Canine Cruises cater to both man and beast
The searing heat of summer's dog days can drive even the most active pet owners to seek air-conditioned refuge indoors. But Captain Casey and the Mercury Skyline crew have just given pets and their pals a worthy reason to head outdoors to brave the humid elements.
On their Canine Cruises, you and your pup can take a relaxing 90-minute excursion across the cool waters of the Chicago River and Lake Michigan for a breezy day outside your own four walls.
Mercury Skyline owner Holly Agra says Steve Dale, host of Pet Central on WGN-AM 720, hatched the idea for the Canine Cruise when the two worked together on a benefit early in the 2003 boating season. Dale suggested Agra let the little doggies roam freely around one of her vessels every week. "After September 11, we needed to create more cruises that were geared toward residents of Chicago," Agra says. Getting onboard costs $18, $8 for kids and $5 per dog; the boat can handle about 50 dogs and their companions, depending on the size of the pet, and there's no need to reserve a spot since the tours are weather-dependent.
While confining a large, diverse group of dogs to a boat might seem like a large-scale mauling waiting to happen, we're happy to report that on our maiden voyage, all dogs in attendance, ranging from lap dogs to Labs, were on their best behavior. (Agra says that a fight has yet to break out.) And while some might claim that dog people aren't nearly as neurotic as cat folks, the proud pet owners began popping off more pictures than parents at a high-school graduation before we left the dock. One little pooch was even forced to endure a sailor's outfit for the expedition.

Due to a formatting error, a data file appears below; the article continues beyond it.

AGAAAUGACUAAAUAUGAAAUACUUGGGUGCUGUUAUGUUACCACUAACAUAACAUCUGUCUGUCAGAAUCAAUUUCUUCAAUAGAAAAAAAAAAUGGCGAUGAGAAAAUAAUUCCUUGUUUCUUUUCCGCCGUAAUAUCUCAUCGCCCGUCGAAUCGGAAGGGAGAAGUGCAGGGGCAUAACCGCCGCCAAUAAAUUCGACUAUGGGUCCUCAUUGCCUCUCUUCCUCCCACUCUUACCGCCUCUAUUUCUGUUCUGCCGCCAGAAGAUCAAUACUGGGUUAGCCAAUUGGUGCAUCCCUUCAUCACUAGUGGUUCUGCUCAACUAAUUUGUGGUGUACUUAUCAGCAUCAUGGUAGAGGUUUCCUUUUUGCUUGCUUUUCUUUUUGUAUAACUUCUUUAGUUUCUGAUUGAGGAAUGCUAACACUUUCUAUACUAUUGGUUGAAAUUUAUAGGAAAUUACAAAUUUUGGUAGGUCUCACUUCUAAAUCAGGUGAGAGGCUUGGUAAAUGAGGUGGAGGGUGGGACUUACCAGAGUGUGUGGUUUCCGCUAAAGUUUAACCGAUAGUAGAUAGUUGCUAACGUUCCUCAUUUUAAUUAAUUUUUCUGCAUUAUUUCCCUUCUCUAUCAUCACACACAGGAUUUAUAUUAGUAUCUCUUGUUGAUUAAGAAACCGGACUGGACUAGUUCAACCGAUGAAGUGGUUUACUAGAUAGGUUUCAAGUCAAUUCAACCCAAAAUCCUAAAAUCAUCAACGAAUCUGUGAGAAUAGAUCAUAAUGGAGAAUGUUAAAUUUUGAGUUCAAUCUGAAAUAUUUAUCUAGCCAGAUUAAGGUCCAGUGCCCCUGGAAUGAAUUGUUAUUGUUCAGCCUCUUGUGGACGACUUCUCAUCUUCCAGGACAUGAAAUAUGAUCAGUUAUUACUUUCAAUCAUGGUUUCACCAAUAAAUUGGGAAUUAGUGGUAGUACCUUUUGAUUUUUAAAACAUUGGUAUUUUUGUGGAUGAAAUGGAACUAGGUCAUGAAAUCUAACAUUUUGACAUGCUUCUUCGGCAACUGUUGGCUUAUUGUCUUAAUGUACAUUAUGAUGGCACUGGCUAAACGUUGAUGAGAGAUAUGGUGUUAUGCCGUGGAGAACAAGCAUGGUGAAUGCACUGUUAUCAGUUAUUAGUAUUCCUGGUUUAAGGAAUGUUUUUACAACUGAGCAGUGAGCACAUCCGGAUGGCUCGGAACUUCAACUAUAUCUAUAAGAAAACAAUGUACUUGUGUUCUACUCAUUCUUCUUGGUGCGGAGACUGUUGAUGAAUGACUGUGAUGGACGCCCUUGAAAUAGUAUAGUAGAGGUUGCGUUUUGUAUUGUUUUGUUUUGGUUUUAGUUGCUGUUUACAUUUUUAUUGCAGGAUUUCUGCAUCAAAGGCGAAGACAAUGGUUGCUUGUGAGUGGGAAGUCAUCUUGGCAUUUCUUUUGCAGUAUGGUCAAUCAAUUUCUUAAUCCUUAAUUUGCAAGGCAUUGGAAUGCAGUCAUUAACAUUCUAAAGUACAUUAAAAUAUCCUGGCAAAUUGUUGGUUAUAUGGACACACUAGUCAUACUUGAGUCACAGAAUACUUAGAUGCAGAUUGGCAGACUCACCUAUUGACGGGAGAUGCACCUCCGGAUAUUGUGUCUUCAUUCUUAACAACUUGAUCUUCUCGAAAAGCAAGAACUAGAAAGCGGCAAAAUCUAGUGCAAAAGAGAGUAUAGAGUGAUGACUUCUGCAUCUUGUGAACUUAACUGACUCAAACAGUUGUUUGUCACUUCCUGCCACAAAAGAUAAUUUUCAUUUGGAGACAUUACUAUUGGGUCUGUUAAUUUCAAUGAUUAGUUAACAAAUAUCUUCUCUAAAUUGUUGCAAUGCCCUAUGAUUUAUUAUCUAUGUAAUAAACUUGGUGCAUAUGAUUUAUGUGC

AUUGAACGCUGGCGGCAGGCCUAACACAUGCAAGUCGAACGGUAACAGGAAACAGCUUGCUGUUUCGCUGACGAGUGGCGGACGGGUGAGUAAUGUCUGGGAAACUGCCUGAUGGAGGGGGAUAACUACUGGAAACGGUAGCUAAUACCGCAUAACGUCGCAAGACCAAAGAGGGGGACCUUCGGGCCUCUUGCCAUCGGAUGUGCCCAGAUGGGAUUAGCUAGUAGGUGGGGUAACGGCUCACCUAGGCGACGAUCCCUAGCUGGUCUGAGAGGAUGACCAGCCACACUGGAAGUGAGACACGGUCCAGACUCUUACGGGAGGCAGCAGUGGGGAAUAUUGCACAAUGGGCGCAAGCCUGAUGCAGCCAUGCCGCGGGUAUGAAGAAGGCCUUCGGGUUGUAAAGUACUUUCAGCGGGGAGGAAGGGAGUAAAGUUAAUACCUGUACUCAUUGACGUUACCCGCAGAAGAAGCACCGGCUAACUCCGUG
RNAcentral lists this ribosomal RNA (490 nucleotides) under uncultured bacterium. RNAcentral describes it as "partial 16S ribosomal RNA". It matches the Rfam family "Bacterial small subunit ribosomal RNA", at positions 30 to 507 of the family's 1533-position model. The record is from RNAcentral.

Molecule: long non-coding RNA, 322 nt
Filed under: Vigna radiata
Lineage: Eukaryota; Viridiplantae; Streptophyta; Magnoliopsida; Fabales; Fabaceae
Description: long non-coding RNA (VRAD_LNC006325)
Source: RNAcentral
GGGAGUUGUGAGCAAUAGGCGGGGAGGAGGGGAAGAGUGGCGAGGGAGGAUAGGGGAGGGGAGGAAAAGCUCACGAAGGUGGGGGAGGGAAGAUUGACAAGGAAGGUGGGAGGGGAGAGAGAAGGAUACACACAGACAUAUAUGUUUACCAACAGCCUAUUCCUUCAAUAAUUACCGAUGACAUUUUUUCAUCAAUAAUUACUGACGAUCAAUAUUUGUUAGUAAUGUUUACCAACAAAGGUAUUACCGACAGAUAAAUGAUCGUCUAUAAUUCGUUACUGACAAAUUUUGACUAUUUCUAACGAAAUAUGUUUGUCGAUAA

Soon the cameras were put away and the boat set sail. Captain Casey begins each journey with some colorful commentary, which is part history lesson, part architecture tour. He points out the city's dog-friendly hotels and restaurants along the way, then lays down some trivia on how George H.W. Bush sharpened his flying skills at Navy Pier.
While we docked momentarily in a lock, the ol' captain was even kind enough to fill the panting pooches' water bowls. Newspaper-lined lavatories are provided, but snacks aren't, so you might want to pack a treat for you and your furry friend—or maybe even a little hooch (Mercury allows BYOB and encourages picnic baskets).
As we gazed at the towering skyscrapers, the four-legged passengers got comfy in their companions' laps, basked in the sun or took in the fine lake mist. The more capricious pups made the rounds to mingle or to roughhouse with their new friends. Captain Casey's history lesson may have been lost on the furry passengers, but he didn't seem to mind. When we approached the Chicago Board of Trade, he noted that when the 45-story building was completed in 1930, no facial details were given to the statue of Ceres (the Roman goddess of agriculture), thinking that no other building in the area would be built as high. The CBOT's building now stands as a midget in the skyline, dwarfed by modern-day marvels like the Sears Tower.
Passengers Brian and Gillian Cronin, who met while volunteering for Anti-Cruelty, thought their dog Diego was having a great time on his first cruise. "He's a little sick right now, but he's loving it out here," Gillian said. Dien and Lee Bryner were also digging their first boat outing with their pup Milo. "We love our dog and just wanted to give him a new experience," Dien said. Milo appeared extremely well behaved, but Lee chalked it up to the heat. "If it were winter, he'd be running up and down the aisles," he laughs.
Mercury Cruiseline's Canine Cruise sets sail every Sunday (weather permitting) at 10am through September 25.